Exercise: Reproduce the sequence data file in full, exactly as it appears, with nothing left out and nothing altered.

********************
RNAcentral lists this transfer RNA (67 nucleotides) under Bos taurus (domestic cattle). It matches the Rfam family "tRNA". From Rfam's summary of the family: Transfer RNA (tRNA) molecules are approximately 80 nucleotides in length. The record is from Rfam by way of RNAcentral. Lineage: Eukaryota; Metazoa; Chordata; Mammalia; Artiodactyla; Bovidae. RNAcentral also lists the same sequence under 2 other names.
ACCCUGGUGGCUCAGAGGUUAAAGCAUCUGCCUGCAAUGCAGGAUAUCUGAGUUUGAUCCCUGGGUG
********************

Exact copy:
RNAcentral lists this transfer RNA (67 nucleotides) under Bos taurus (domestic cattle). It matches the Rfam family "tRNA". From Rfam's summary of the family: Transfer RNA (tRNA) molecules are approximately 80 nucleotides in length. The record is from Rfam by way of RNAcentral. Lineage: Eukaryota; Metazoa; Chordata; Mammalia; Artiodactyla; Bovidae. RNAcentral also lists the same sequence under 2 other names.
ACCCUGGUGGCUCAGAGGUUAAAGCAUCUGCCUGCAAUGCAGGAUAUCUGAGUUUGAUCCCUGGGUG